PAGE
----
‘Start by believing:’ UCF police sex assault detective learned from mistakes, teaches others

Police detective teaches classes on how to respond to sexual assault cases

ORLANDO, Fla. – When it comes to sex crimes, the University of Central Florida Police Department doesn’t mince words: victims come first.

That might seem obvious, but some police departments have had a history of not taking sexual violence survivors seriously.

At UCF police, a veteran sex crimes detective was hired in 2016 to set the culture straight after he learned from his own mistakes.

Detective Rick Salcedo said sexual violence is the most underreported crime.

Salcedo is called out to a sex crime scene on the UCF campus surprisingly only about four times a year.

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“This is one of the largest universities in the country, it has to happen,” Salcedo said. “It’s got to happen, it’s just not reported. They [victims] think they’re not going to be believed so they do not report these cases, not as often as they’d like for them to report it.”

Salcedo was hired by the UCF Police Department in 2016 by then-Assistant Chief Carl Metzger to make sure that never happens at UCF.

[INSIDER EXTRA: Hear more from Detective Rick Salcedo]

Before that, in his quarter-century career at the Orlando Police Department, Salcedo learned how it did happen.

“In the past when people didn’t remember all the details of a case or they couldn’t tell us a story in chronological order, we might not believe that they’re being truthful with us,” Salcedo. “Because who wouldn’t remember details about what just happened to you an hour or two ago.”

As the crime scene detective in a 2007 Orlando rape case, Salcedo said he didn’t believe the victim at first because she claimed she was forced to shower after the assault and the shower wasn’t wet. Salcedo soon discovered the victim was so traumatized she forgot to explain she’d also been forced to dry the shower.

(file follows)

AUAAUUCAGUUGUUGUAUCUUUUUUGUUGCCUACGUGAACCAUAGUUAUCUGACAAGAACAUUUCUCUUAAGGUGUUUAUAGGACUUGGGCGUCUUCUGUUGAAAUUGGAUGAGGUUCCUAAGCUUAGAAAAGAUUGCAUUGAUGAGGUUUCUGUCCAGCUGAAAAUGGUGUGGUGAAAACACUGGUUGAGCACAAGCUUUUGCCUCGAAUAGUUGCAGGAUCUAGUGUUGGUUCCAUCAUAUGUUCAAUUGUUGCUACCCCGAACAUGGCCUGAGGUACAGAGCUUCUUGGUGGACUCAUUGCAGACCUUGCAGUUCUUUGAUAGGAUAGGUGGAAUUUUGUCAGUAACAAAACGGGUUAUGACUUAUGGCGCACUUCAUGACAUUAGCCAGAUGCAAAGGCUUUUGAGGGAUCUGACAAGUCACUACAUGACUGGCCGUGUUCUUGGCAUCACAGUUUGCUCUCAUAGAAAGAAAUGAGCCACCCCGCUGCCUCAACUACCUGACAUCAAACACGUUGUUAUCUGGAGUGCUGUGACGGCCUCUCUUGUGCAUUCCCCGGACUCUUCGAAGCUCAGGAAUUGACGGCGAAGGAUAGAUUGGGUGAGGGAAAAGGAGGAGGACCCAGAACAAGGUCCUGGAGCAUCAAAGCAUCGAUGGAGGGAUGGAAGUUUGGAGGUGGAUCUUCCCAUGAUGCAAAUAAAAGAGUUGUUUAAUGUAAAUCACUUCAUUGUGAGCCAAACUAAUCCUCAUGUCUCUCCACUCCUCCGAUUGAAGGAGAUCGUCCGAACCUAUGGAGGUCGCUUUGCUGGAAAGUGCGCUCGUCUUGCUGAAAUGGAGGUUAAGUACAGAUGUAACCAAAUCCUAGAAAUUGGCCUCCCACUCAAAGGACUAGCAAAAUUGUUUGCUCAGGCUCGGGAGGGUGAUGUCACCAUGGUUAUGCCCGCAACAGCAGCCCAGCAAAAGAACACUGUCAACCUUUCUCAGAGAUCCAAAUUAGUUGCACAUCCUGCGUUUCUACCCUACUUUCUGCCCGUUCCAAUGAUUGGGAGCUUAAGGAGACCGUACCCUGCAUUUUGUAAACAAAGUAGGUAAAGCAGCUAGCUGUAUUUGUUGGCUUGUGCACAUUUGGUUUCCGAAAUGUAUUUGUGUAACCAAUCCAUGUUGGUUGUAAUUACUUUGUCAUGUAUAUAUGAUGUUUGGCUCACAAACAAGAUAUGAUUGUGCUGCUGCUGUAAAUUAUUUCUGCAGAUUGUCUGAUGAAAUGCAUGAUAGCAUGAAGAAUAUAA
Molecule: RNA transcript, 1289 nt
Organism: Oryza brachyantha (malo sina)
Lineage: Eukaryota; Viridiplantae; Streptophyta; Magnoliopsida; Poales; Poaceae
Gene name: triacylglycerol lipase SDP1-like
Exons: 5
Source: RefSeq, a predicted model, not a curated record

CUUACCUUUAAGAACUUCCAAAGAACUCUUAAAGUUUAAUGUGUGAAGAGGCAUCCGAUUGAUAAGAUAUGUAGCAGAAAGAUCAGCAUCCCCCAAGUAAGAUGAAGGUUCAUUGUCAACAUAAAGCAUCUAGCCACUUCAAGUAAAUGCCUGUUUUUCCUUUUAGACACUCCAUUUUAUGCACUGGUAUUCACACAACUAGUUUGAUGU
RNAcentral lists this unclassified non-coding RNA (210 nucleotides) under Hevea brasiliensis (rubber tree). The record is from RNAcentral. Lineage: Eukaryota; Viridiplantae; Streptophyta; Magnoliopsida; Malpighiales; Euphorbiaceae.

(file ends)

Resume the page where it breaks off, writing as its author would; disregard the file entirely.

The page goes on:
What did he learn from that?

“That we need to start by believing,” Salcedo said. “But keep in mind none of us received any type of training on how to respond to sexual assault cases.”

Since then, Salcedo has been teaching advanced courses on sexual violence cases at three local police academies.

He’s being honored this year by the advocacy group End Violence Against Women International as a “Champion of Change” specifically for that 2007 case.

And Salcedo has been mentoring and sharing learned lessons with other UCF police detectives and officers, having them all sign a pledge that every time and in every case, they will start by believing the victim.

“I’m also teaching them the mistakes I’ve made,” Salcedo said. “Because we learn from what we did wrong rather than what we did right.”

Salcedo wants students and staff to know that the Victim Services building just down the road from the UCF Police Department will assist 24 hours a day if they have been through something traumatic. The first thing advocates will do is explain the philosophy at UCF that they believe the victim first.

Last year, 400 people went to Victim Services but only a fraction ever ended up at the police department to report what happened to them.

Salcedo said every cadet in Florida is now required to get trauma-informed training when they go through a police academy.

At UCF PD, every new officer gets that same training directly from Detective Salcedo.

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About the Author:

Erik von Ancken anchors and reports for WKMG-TV News 6 (CBS) in Orlando and is a two-time Emmy award-winning journalist in the prestigious and coveted "On-Camera Talent" categories for both anchoring and reporting. Erik joined the News 6 News Team in 2003 days after the tragic loss of space shuttle Columbia.